AP Psych Students Present Research


McDonogh’s AP Psychology students do not simply study behavior and theories, each year they are also charged with designing, implementing, and submitting for publication their own psychological study. On Tuesday, April 8, the 19 students enrolled in the course presented their findings at the AP Psychology Conference hosted by St. Paul’s School for Girls. The conference, the only high school level psychology conference in the country, was also attended by students from a handful of other area independent schools including: St. Paul’s, Roland Park Country School, Mercy, Gilman, Bryn Mawr, and Tatnall (DE).

“One of the things that is great about the conference is that the kids get to share their expertise and interest in psychology and psychological research with students from other schools, who also share theirs with the McDonogh kids,” says Marie Allee, who began taking her students to the event three years ago.

Jenna N. ’15 who studied McDonogh kindergarteners and their understanding of conservation agreed with Dr. Allee saying, "It was really fun to share all I had learned with other students at the conference.”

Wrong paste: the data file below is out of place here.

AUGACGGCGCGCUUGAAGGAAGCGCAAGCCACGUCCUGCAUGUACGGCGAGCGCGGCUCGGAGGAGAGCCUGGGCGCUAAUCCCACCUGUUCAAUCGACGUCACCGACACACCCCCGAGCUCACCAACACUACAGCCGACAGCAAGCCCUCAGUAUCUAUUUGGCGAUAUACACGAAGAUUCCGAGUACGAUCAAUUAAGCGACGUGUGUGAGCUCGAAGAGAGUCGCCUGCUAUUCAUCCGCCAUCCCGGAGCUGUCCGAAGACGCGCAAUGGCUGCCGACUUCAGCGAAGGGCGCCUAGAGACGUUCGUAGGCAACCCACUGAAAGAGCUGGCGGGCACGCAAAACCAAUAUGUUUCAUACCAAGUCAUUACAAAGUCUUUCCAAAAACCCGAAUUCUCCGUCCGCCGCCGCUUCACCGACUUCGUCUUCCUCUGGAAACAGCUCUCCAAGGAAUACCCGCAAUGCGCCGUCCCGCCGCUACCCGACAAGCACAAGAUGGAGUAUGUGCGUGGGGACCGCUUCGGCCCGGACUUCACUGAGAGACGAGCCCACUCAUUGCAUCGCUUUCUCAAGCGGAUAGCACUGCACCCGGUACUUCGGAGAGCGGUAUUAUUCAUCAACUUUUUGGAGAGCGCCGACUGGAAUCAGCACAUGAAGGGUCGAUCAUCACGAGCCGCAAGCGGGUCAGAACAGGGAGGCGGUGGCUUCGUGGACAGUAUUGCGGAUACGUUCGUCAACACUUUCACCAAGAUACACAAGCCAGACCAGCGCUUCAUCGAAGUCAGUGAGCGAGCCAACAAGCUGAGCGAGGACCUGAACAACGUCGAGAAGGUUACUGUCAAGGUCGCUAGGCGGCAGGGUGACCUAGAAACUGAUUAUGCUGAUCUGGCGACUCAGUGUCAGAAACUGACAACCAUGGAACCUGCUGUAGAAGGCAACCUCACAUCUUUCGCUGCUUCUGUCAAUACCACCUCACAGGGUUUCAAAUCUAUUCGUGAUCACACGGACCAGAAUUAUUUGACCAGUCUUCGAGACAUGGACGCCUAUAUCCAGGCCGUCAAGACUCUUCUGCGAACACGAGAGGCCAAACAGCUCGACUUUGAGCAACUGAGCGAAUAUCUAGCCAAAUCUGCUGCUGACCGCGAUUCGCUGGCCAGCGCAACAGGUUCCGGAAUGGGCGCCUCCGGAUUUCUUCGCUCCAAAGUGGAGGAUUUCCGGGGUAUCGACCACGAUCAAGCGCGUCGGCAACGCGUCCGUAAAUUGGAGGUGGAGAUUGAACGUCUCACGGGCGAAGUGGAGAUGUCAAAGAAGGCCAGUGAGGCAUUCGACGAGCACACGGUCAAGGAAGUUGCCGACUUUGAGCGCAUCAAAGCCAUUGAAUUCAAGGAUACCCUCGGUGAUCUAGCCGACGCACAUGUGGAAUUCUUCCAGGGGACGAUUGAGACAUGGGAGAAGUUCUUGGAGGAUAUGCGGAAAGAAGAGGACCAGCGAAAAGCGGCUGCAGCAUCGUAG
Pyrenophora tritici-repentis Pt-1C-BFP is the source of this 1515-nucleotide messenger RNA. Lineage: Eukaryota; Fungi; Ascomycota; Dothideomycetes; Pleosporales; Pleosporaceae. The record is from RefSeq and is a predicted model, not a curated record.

Other McDonogh presentations that were in keeping with the conference theme of "How to Make the World a Better Place for Adolescents," included:

  • Are You Sure You Remember? A Look at False Memory Implantation and Conformity
  • An Electrifying Personality: Musical Links to People’s Nature
  • You Must Obey: Snack Time, Social Morality, and the Moral Code of Fourth Grade Students
  • Will Prince Charming Always Save the Day? Adolescence, Gender, and the Bystander Effect
  • Media Violence and Playground Aggression
  • Marshmallows for the Future: The Effect of Strategy on the Development of the Delay of Gratification
  • Be Cool or Be Cast Out: A Study on Conformity and Development
  • For senior Nikki F. the opportunity to present the research she and her classmates Frannie J. and Eliza B. conducted on Media Violence and Playground Aggression was only one of the benefits of the conference. “It was really fun presenting our experiment and findings at the conference and the experience as a whole was very rewarding,” Nikki says. “I know now more than ever that my decision to pursue psychology in college was the right one.”


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